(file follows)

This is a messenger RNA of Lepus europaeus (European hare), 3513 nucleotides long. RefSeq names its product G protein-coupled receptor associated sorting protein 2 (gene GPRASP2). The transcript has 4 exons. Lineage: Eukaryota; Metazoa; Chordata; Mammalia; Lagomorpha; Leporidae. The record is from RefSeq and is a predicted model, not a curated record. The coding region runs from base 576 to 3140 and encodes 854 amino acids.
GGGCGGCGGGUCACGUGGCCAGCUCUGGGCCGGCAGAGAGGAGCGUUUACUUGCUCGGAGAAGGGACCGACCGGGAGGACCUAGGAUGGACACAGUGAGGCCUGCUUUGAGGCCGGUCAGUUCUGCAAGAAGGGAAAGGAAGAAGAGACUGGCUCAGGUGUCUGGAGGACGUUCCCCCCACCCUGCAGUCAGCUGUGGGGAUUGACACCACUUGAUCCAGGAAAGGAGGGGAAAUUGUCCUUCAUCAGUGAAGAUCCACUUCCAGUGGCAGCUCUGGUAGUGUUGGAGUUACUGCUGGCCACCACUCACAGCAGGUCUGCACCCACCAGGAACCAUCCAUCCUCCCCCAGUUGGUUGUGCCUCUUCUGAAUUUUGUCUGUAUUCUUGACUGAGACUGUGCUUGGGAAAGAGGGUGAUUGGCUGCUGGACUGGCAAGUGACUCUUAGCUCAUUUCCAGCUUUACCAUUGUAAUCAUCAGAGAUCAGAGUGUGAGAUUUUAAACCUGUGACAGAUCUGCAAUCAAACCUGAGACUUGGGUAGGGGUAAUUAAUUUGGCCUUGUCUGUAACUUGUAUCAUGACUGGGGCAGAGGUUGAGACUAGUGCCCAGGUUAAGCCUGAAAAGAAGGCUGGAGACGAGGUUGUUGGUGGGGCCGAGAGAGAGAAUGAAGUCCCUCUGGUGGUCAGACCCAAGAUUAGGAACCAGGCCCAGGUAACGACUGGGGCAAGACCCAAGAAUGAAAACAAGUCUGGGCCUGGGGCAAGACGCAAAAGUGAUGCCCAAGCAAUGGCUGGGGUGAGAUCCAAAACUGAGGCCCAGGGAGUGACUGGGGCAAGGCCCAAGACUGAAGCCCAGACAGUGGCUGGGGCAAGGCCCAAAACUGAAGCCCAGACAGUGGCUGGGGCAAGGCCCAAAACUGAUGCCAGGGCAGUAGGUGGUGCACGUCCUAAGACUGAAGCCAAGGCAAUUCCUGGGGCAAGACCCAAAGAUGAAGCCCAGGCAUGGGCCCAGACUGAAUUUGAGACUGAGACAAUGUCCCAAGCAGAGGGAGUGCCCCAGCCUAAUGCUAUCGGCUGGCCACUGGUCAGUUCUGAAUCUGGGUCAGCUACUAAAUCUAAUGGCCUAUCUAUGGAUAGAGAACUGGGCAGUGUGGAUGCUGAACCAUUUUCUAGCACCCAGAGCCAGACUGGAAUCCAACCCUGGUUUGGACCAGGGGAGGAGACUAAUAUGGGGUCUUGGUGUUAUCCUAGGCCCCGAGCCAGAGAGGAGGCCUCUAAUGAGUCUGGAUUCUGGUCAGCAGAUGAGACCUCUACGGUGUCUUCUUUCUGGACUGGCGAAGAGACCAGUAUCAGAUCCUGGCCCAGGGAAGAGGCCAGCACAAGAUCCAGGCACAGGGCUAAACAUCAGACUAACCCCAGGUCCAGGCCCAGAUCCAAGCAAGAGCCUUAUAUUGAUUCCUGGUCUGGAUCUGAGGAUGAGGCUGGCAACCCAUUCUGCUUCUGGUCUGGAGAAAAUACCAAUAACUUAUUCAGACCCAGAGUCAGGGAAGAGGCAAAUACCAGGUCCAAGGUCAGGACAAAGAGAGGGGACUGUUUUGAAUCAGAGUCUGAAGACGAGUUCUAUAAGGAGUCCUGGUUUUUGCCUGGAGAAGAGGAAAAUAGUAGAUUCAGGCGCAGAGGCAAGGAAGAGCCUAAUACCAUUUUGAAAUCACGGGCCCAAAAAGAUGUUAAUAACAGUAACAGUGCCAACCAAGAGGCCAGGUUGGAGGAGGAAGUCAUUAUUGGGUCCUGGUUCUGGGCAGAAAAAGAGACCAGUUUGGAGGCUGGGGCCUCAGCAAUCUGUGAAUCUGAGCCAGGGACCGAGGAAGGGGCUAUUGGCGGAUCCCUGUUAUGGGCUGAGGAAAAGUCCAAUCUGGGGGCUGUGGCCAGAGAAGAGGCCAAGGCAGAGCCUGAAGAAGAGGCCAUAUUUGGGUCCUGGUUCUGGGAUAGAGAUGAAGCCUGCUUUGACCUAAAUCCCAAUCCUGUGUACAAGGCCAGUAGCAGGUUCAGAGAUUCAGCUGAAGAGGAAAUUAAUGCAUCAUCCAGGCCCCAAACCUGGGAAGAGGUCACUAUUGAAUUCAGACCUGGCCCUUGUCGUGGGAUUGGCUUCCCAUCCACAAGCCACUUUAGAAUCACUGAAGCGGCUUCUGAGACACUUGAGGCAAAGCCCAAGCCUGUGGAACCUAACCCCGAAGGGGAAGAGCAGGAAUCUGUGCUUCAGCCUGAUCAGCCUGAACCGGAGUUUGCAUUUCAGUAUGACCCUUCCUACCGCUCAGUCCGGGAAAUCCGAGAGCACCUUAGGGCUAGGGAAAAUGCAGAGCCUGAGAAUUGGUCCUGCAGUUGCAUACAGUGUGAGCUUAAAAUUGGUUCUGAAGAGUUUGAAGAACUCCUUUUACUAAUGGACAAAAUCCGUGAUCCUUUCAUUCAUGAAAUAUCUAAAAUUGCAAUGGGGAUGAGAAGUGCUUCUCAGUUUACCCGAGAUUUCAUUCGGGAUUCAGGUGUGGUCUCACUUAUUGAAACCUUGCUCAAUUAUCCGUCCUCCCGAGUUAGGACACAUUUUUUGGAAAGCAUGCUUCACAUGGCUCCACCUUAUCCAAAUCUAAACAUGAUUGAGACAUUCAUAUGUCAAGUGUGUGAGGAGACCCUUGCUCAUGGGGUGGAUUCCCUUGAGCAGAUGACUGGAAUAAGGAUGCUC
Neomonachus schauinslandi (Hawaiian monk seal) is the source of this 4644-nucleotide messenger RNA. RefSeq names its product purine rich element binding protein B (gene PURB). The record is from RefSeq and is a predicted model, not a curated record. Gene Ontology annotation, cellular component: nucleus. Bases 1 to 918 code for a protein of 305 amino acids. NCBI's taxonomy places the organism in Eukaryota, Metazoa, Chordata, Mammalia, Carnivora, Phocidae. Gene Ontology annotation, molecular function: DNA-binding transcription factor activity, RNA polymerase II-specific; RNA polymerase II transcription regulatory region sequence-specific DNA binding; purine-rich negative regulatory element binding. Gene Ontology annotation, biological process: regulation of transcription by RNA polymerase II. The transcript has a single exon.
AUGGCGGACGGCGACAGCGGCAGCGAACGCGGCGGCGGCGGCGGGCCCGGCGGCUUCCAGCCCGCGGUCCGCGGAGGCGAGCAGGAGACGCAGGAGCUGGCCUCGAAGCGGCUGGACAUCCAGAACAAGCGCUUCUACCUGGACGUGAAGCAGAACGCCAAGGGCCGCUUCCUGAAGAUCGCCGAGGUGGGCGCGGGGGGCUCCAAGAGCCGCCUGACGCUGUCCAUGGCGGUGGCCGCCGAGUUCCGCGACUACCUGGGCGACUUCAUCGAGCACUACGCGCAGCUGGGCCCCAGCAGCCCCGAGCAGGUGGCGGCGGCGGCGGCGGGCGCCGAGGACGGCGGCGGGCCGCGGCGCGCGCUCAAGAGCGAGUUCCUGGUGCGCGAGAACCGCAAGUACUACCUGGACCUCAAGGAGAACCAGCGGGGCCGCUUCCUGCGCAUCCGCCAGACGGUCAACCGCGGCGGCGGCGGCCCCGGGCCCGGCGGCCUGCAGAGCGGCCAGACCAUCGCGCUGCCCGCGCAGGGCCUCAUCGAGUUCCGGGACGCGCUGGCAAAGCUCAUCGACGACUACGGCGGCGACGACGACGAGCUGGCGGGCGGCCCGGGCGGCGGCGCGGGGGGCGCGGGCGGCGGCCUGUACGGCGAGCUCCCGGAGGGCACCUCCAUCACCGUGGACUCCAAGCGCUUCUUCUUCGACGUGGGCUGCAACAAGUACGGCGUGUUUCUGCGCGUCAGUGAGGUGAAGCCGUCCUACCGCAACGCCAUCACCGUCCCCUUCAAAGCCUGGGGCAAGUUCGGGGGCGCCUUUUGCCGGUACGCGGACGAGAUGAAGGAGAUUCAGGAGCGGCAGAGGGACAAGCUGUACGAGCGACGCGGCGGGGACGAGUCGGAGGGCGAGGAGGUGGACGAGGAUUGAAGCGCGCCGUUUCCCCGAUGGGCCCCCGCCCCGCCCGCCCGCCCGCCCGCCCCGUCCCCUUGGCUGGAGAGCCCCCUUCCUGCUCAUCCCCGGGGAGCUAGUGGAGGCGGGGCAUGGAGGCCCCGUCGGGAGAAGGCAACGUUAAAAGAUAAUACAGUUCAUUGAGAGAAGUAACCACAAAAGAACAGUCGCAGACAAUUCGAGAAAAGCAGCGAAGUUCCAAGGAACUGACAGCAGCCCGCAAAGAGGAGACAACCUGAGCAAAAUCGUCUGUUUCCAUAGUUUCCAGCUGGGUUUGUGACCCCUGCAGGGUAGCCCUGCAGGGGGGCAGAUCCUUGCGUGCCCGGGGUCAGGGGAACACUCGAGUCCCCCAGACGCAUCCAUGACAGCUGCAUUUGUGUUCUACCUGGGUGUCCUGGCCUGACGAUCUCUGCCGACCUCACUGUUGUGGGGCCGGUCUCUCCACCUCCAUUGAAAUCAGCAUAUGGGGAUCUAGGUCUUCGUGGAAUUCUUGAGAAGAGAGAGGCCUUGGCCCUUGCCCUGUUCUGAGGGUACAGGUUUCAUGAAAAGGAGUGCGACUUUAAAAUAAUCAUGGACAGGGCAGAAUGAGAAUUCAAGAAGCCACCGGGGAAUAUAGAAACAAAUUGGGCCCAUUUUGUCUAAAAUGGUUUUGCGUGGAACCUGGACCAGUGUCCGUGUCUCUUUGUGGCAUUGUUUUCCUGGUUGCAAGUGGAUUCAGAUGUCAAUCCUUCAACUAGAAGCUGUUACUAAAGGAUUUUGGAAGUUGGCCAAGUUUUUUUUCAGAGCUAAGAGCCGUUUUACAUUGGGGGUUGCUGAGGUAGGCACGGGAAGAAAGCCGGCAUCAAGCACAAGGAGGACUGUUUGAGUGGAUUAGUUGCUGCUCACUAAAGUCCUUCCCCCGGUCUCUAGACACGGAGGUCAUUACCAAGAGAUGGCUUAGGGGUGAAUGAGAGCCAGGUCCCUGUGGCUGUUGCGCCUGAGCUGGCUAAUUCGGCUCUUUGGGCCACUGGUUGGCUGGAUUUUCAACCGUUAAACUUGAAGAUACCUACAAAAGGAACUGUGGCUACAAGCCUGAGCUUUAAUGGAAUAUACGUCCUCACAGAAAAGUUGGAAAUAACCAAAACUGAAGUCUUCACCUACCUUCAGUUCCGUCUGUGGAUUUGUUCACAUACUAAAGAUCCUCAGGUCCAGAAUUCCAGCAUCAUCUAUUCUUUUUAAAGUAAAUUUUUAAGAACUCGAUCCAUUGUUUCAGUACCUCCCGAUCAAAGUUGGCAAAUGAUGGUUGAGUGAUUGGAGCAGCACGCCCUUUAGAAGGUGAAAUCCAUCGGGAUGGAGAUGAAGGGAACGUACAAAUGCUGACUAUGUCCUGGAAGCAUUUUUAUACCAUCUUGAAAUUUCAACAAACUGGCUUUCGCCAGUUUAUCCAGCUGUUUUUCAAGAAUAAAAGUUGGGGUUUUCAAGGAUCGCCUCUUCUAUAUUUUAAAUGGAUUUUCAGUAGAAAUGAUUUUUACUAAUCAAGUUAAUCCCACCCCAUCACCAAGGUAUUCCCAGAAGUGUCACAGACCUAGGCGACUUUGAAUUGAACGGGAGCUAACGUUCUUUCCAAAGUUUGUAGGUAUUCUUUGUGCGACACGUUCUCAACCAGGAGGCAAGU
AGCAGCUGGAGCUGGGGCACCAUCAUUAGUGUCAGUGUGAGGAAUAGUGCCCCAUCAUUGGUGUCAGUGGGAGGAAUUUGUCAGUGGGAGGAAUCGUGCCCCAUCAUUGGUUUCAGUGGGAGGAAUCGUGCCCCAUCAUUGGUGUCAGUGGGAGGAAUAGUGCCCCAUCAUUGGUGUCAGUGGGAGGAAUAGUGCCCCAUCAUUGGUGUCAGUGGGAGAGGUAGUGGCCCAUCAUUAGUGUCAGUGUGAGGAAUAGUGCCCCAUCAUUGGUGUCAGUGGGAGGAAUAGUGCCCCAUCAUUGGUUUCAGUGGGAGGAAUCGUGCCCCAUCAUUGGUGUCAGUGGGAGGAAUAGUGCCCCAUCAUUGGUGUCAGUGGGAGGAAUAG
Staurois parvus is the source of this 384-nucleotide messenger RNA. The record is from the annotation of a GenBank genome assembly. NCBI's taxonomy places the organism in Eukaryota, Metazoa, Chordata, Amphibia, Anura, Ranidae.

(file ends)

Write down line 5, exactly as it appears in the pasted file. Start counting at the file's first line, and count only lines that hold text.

AGCAGCUGGAGCUGGGGCACCAUCAUUAGUGUCAGUGUGAGGAAUAGUGCCCCAUCAUUGGUGUCAGUGGGAGGAAUUUGUCAGUGGGAGGAAUCGUGCCCCAUCAUUGGUUUCAGUGGGAGGAAUCGUGCCCCAUCAUUGGUGUCAGUGGGAGGAAUAGUGCCCCAUCAUUGGUGUCAGUGGGAGGAAUAGUGCCCCAUCAUUGGUGUCAGUGGGAGAGGUAGUGGCCCAUCAUUAGUGUCAGUGUGAGGAAUAGUGCCCCAUCAUUGGUGUCAGUGGGAGGAAUAGUGCCCCAUCAUUGGUUUCAGUGGGAGGAAUCGUGCCCCAUCAUUGGUGUCAGUGGGAGGAAUAGUGCCCCAUCAUUGGUGUCAGUGGGAGGAAUAG